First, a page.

Wednesday, 24 August 2011

Black Bread

Black Bread is an interesting bread made with sourdough and old bread soaked in boiling water and coffee grounds. The sourdough gives it a bit of a tang and the coffee grounds provide the deep coloring. I didn’t have any new old bread (meaning only a few days old) so I used some rye bread that I cut into cubes and froze a few months back.  I do believe it qualified as old bread. 


Black Bread is the third bread on the list for the Mellow Bakers this month. It is another one of those breads that I was hesitant to make. It didn’t appeal to me at first, but I was curious to find out how ground coffee would taste in bread. So I decided to give it a try. It also seemed like a good way to use some of the old bread I had stashed in the freezer. I only made one loaf so I adjusted the formula accordingly.


Black Bread

Makes: 1 Loaf

Adapted from Bread: A Baker’s Book of Techniques and Recipes by Jeffrey Hamelman



  • 5.6 oz (1 3/8 cup) Medium Rye Flour (I used whole grain rye flour)
  • 4.5 oz (~5/8 cup) water
  • .3 oz (1 T) mature sourdough culture

Old-Bread Soaker:

  • 1.3 oz (3/4 cup) Old Bread
  • .4 oz (3 T) Coffee, ground
  • .4 oz (1 T) Vegetable oil
  • 6.4 oz (7/8 cup) Water, hot

Bread Dough:

  • 4 oz (1 cup) Medium Rye Four (I used Whole Grain Rye Flour)
  • 6.4 oz (~1 3/8 cups) High-gluten flour
  • .3 oz (1/2 T) salt
  • 7/8 tsp instant dry yeast
  • Old-bread soaker, all of the above
  • Sourdough, all of the above (minus 1 T)


Bread Method:

  1. Prepare the sourdough and let it ripen for 14 to 16 hours.



  2. Slice the old bread, put it on a baking sheet and bake it until it is a deep, dark brown.  Try not to burn it because it will give it a bitter taste. Put the rebaked old bread in a large bowl and pour the hot water over it.  Add the ground coffee and oil and stir thoroughly with a spoon until the coffee is dissolved and the bread is completely moistened.  Cover with a lid or plastic.  It’s best to make the bread soaker at the same time as you prepare the sourdough and to let it stand at room temperature until it’s time to mix the dough.



  3. Add the ingredients to the mixing bowl. Mix the dough for 3 minutes on first speed, then about 3 minutes on second.  The high gluten flour will give the dough a perceptible, but not overly strong, gluten development.  The desired dough temperature is 80˚ F.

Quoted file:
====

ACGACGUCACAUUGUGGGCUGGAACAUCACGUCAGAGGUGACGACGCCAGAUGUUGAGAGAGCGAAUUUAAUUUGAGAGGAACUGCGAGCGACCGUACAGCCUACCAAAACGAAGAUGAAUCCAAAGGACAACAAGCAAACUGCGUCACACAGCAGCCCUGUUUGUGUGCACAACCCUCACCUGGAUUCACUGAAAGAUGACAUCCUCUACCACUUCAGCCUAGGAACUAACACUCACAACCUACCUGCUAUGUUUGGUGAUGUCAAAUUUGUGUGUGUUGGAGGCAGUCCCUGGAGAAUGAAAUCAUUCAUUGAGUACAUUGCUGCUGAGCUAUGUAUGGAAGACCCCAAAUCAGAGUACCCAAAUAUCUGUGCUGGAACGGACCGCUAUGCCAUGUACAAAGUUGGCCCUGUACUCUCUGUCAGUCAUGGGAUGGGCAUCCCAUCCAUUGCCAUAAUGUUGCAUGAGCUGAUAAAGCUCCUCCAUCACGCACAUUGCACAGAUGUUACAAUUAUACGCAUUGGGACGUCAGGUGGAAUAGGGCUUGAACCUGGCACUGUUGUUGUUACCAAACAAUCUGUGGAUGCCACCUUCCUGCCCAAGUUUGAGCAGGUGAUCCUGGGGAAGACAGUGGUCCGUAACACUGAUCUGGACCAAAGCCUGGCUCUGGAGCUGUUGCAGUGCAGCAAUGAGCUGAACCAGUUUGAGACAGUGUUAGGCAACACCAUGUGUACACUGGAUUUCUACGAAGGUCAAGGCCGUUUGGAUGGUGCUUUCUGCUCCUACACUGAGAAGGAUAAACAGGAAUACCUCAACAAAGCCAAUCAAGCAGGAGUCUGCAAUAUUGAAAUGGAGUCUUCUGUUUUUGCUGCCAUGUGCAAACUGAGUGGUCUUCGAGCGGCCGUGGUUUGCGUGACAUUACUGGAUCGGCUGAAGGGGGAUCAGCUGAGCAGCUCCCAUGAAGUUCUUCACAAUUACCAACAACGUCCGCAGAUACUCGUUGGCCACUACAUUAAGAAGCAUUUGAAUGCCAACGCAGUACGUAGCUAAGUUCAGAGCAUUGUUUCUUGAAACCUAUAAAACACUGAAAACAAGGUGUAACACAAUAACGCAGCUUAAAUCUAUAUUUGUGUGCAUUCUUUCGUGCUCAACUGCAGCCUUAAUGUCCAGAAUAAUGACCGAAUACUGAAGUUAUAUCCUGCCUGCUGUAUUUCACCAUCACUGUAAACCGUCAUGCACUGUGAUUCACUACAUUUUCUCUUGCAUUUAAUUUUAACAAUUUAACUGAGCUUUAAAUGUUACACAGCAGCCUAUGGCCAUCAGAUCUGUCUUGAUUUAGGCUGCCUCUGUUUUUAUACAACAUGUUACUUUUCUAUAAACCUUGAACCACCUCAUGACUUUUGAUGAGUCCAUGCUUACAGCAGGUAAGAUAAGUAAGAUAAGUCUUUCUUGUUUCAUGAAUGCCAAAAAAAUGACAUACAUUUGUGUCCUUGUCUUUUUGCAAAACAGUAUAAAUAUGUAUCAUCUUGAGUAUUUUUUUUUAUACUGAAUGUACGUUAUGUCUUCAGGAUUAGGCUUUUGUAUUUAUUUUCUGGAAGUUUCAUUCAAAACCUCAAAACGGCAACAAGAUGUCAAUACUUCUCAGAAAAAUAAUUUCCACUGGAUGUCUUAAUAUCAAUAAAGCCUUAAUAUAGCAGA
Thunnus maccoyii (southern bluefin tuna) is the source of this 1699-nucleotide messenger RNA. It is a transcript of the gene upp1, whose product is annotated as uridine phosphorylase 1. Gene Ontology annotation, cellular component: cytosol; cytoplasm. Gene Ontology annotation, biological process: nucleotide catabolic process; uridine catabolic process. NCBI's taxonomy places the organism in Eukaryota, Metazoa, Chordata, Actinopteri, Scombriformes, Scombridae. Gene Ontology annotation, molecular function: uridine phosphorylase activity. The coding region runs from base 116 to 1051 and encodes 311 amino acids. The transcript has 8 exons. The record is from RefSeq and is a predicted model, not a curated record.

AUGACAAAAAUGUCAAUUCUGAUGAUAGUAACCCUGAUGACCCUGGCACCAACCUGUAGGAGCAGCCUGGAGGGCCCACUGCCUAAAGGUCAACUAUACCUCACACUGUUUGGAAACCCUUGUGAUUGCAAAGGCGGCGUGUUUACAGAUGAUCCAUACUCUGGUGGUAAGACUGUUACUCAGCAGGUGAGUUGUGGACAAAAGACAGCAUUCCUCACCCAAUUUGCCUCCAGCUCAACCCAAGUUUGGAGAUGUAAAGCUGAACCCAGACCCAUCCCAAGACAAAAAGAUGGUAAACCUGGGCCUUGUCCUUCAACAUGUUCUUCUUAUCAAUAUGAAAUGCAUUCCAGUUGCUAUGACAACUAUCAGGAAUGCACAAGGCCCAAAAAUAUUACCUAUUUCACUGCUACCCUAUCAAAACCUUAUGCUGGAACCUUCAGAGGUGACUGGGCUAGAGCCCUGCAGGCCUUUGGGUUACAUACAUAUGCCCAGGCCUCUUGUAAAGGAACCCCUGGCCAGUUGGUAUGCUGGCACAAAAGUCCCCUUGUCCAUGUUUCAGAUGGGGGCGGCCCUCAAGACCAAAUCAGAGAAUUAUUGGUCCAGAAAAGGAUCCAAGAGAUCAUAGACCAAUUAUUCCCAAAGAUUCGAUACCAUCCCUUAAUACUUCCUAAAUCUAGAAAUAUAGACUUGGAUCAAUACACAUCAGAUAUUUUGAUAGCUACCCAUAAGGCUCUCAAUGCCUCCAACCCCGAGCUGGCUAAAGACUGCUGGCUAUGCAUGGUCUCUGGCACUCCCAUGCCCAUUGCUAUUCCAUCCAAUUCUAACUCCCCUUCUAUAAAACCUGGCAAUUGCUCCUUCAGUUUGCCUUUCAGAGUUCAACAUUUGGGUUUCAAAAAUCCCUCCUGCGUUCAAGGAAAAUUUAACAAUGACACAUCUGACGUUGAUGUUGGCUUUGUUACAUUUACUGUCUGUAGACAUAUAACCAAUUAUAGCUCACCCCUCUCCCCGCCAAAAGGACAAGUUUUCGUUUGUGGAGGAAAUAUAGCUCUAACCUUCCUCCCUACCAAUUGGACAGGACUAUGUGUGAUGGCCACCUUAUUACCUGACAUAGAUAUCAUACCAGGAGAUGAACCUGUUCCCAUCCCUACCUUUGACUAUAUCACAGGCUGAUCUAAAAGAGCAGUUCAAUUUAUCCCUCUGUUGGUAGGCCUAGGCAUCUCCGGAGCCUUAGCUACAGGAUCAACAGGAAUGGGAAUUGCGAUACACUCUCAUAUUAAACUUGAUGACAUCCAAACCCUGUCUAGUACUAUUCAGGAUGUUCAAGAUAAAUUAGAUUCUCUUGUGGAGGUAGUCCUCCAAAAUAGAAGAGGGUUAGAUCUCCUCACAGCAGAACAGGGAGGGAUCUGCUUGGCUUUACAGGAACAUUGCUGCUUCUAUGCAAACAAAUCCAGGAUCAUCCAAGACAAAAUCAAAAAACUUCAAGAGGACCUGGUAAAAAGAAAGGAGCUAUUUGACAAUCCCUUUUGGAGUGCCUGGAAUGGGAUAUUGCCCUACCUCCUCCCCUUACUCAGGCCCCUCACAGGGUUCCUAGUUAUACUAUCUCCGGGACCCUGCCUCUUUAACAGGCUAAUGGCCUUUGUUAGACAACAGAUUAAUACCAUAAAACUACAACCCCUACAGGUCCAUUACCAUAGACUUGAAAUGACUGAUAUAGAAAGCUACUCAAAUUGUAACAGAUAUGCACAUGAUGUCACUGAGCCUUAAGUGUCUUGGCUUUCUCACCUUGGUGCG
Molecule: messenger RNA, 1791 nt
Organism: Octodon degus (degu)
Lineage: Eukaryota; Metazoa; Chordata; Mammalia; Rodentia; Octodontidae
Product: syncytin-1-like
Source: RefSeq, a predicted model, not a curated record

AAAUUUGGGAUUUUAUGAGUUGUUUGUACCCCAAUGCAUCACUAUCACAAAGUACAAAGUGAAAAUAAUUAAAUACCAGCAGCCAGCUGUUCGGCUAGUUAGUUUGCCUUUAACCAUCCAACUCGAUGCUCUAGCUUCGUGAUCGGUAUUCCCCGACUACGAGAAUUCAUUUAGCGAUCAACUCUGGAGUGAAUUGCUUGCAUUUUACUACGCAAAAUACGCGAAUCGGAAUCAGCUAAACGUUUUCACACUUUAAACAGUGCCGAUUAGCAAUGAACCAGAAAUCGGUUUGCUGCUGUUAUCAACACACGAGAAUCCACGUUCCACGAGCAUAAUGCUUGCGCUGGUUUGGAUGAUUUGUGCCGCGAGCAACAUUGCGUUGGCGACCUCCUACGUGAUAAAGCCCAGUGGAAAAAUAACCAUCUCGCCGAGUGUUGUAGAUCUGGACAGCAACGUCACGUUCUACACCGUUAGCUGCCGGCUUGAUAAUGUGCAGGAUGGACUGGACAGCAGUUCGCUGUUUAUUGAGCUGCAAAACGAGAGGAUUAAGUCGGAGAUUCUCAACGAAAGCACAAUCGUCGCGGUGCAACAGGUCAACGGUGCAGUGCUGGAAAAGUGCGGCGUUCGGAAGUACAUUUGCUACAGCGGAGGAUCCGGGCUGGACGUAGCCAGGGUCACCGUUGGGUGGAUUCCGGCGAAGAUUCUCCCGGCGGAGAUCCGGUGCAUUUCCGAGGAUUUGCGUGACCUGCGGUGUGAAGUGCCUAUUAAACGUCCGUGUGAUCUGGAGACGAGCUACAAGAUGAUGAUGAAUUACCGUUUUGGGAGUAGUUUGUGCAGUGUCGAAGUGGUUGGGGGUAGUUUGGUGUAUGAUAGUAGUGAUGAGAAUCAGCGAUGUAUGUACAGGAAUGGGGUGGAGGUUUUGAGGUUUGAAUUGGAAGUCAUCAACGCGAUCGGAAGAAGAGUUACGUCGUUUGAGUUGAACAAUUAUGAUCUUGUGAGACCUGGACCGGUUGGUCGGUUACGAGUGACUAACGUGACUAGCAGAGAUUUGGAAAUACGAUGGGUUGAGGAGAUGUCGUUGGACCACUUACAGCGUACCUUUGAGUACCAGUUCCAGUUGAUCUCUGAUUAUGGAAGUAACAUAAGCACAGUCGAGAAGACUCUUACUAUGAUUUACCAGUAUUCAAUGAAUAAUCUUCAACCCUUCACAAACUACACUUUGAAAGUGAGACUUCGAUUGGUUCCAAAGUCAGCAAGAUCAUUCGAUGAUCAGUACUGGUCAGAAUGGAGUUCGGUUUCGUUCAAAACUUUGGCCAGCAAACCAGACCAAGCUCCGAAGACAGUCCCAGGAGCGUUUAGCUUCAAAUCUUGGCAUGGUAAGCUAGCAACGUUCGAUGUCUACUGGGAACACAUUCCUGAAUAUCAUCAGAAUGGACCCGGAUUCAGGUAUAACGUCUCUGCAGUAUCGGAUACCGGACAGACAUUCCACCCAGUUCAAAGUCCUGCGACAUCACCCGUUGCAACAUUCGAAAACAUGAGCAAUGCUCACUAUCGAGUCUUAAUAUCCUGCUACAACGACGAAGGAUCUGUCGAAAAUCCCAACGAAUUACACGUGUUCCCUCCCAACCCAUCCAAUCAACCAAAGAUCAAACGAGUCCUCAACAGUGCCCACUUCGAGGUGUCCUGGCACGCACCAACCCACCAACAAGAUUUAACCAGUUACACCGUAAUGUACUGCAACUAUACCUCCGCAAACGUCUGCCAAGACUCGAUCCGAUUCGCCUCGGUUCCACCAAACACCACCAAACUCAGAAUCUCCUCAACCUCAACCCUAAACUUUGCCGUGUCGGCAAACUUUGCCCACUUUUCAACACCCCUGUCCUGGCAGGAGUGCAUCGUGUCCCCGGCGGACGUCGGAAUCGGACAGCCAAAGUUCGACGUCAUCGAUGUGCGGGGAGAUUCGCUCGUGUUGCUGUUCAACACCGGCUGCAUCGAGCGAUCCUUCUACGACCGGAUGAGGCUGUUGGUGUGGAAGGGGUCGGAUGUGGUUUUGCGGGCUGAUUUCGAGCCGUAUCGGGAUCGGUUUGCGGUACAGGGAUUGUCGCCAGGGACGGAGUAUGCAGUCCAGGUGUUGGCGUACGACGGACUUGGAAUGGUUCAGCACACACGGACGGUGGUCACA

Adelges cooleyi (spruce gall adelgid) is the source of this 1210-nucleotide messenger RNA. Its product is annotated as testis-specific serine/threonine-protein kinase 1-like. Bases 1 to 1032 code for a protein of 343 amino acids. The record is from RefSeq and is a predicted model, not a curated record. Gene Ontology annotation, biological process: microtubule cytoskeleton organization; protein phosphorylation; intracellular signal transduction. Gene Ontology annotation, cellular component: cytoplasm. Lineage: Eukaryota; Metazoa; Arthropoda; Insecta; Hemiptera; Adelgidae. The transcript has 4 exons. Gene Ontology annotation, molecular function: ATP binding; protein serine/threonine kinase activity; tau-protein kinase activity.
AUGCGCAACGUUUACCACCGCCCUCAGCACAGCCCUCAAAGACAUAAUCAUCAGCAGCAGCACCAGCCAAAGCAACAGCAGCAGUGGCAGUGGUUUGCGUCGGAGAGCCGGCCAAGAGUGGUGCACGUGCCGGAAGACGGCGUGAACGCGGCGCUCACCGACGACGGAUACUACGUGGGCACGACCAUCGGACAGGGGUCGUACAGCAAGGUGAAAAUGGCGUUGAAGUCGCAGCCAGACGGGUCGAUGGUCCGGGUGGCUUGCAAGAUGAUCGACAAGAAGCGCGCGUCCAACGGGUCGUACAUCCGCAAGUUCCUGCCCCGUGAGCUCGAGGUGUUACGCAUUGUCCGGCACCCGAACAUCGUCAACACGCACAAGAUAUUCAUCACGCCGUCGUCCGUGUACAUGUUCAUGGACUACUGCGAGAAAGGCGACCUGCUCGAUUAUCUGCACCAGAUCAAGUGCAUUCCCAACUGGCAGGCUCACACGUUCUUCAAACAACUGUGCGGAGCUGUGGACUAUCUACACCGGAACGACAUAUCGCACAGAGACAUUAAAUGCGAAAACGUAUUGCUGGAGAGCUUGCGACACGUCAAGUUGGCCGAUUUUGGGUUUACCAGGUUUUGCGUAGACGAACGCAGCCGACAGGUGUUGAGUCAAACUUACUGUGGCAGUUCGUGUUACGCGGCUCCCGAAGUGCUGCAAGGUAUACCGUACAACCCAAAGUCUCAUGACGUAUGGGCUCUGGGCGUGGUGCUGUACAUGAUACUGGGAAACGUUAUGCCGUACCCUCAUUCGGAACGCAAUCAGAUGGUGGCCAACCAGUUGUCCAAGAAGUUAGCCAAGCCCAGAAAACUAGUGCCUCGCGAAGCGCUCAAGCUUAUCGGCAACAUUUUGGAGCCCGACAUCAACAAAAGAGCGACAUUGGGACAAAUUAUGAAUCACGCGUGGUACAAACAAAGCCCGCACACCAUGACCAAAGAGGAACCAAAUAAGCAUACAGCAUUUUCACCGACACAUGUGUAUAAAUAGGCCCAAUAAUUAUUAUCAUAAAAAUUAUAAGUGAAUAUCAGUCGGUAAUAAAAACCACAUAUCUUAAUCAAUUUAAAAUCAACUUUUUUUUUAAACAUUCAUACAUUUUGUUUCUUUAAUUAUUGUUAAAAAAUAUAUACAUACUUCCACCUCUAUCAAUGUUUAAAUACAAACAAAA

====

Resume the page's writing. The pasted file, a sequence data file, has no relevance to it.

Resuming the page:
4. Let the dough bulk ferment for 30 to 45 minutes.

  5. Shape the dough into a round or oblong shape.

  6. Final fermentation should take about 50 to 60 minutes at 80˚ F.

  7. Preheat the oven to 450 degrees with a baking stone on the center rack and a steam pan underneath. Bake the loaf for about 15 minutes, then lower the oven temperature to 425 degrees and bake for 30 to 35 minutes longer.


    This bread has been YeastSpotted. Please visit Wild Yeast to view all of the lovely breads in the roundup.


  8. Slice and enjoy. 


    I tried a slice and I actually liked it. The rebaked old bread adds a toasty flavor when soaked and mixed into the new dough. And, the ground coffee gives the bread a bit of a bite as well. The resulting bread is very dark but without the sweetness that you would get from using molasses.

    I gave the rest of the loaf to my friend from Romania. He loves dark breads and it was his birthday so I thought it was only fitting that he should have it. Of course I had to try it first to make sure it tasted okay.

    He enjoyed the bread with tomatoes.  He said it was just the right combination. He also said he couldn’t taste the coffee, but that it kept him up late at night. Not sure if he was just kidding me about that. He said the rye flavor is what comes through the most with a hit of sourdough.

    I just might have to make this one again.  Next time I might try using some old French bread instead of rye.


    Mellow Bakers was started by Paul at Yumarama. We’ve been baking breads from Bread: A Baker’s Book of Techniques and Recipes by Jeffrey Hamelman.


    Thanks for visiting the Bread Experience bread-baking blog.  I hope you’ll join me again soon.

    Happy Baking!

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